EQ can be the most elusive part of mixing. Presets are a good starting point, but 99% of the time they don't get the job done. You've got to know all the parameters of your EQ. HP & LP filters usually go overlooked when it comes to EQ. However, these can be some of the most critical tools you use. Extreme high and low frequencies can cause a lot of congestion in a mix. Take the time to use filters and roll off some of the high and low frequencies on each track in your mix. By sculpting your tracks with HP and LP filters, you will find that your tracks fit together sonically.
In addition to the filters, you can use the Maag EQ4 on your vocal tracks and get out-of-this-world results with a simple turn of the knob. The EQ4 has the "Air Band" built on the top end of the EQ and allows you to dial in the right amount of shine and shimmer in a vocal track. This allows it to open up and sit perfectly on top of the mix. At the moment, the EQ4 is only sold as a 500 series module, so you'll need to do a little investing in your studio to add this magical piece of gear. Trust me when I say that you will not be disappointed. There have been so many times when I just give the 40KHz a 3dB boost and all of a sudden the vocals come to life. And yes, I did say 40KHz. You just have to hear it to believe it. The rest of this EQ is also excellent on almost any track. The SUB knob also works as a filter and allows you to carve out any low frequencies that may get too boomy or muddy in your mix. This is the magical box!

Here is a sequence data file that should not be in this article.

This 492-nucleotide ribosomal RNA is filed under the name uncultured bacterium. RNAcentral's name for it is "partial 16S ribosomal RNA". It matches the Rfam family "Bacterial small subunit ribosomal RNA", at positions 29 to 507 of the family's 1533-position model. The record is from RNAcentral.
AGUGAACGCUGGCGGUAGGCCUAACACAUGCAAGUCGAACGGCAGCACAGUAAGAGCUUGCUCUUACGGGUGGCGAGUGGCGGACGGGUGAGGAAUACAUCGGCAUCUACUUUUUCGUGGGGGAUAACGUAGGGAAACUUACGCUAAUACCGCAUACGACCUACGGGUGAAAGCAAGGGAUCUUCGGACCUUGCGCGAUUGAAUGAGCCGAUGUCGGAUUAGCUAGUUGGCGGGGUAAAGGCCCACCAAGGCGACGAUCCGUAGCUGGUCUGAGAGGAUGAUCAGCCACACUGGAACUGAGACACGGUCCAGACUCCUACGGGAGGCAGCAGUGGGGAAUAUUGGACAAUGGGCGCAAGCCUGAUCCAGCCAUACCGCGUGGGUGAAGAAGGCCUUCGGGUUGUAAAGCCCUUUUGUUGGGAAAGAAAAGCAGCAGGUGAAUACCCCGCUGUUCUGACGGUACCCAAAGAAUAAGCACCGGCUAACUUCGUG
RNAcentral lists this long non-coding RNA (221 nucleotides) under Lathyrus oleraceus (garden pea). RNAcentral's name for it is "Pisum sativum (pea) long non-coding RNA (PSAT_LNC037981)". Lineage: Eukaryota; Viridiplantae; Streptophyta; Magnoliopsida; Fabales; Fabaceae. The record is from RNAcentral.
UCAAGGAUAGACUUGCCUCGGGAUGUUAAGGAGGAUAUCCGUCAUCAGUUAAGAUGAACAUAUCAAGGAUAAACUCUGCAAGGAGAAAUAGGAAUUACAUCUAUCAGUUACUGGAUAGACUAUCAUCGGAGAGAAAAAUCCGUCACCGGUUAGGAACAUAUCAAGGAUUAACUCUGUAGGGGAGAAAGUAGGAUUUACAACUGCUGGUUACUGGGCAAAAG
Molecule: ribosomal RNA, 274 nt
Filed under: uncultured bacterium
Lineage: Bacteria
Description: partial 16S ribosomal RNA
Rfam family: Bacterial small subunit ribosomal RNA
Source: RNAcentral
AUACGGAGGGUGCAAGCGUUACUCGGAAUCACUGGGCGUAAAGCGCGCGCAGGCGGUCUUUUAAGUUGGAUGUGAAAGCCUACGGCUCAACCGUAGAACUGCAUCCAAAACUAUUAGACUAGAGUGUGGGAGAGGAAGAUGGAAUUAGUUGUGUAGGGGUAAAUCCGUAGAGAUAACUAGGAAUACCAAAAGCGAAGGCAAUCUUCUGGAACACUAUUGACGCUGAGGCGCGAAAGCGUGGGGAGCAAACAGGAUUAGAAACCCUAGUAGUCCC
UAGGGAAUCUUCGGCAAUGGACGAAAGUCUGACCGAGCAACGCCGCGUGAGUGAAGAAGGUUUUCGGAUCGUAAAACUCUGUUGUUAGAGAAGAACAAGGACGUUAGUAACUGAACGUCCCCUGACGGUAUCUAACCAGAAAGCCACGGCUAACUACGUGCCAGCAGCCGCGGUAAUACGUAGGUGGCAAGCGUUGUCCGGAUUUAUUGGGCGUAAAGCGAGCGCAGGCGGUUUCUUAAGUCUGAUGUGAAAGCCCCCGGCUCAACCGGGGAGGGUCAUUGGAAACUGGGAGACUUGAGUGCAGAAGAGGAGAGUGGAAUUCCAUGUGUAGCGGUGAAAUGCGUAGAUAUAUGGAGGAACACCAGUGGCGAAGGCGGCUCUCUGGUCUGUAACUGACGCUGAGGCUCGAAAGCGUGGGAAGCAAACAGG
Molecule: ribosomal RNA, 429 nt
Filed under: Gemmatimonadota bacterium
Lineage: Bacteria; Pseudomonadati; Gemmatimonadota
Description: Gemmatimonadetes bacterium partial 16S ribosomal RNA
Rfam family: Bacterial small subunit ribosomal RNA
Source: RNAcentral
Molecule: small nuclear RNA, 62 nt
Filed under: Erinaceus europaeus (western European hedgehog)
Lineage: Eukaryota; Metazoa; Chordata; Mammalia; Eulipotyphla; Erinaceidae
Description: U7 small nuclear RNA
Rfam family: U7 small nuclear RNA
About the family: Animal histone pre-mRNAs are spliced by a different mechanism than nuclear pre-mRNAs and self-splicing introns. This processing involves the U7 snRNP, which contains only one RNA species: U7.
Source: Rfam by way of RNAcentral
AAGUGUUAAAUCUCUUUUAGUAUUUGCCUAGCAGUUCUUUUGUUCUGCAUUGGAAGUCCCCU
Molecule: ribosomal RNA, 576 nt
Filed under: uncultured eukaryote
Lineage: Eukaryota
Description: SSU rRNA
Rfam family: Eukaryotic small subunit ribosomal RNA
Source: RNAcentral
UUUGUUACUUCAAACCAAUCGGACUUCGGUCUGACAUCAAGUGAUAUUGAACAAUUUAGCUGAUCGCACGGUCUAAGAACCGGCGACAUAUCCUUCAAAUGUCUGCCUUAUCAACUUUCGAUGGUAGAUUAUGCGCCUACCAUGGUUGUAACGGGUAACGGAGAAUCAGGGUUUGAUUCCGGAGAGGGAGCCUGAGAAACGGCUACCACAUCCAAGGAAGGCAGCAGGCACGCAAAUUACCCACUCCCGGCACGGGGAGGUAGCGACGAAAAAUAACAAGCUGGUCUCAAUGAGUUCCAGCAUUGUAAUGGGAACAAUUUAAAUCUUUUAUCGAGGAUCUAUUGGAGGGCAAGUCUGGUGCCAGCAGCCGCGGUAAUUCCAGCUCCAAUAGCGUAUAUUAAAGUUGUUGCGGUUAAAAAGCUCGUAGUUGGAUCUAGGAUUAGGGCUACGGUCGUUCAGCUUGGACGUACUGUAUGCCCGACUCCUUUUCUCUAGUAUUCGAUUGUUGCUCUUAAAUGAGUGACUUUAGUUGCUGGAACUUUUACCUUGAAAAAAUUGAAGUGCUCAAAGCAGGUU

Now in vocal tracks, there's not a lot of detail or useful information in the low frequencies. Use the filter to roll off the low end up to about 100 Hz. Don't stop there, move the curve up until you find the right amount of low end reduction to help the vocal sit in the mix. Use a gentle curve to make sure you don't get any phasing problems. A 6dB or 12dB curve will work best for this sort of filtering. A steeper curve will usually cause phase shift and this will result in the vocals going out of phase with the mix.
Be sure not to do this with the track in solo mode. You need to mix your vocal in the mix. The world is not going to hear your vocal tracks in solo mode, so don't mix them that way. You can solo the track to A/B the mix against your vocals, but ultimately you should make decisions while listening to the vocal in the mix.
Hope this is helpful in getting you going with your vocal recordings. Please leave a comment if you have a question. For more info and video tutorials on audio production, please check out my audio mixing master class on Udemy.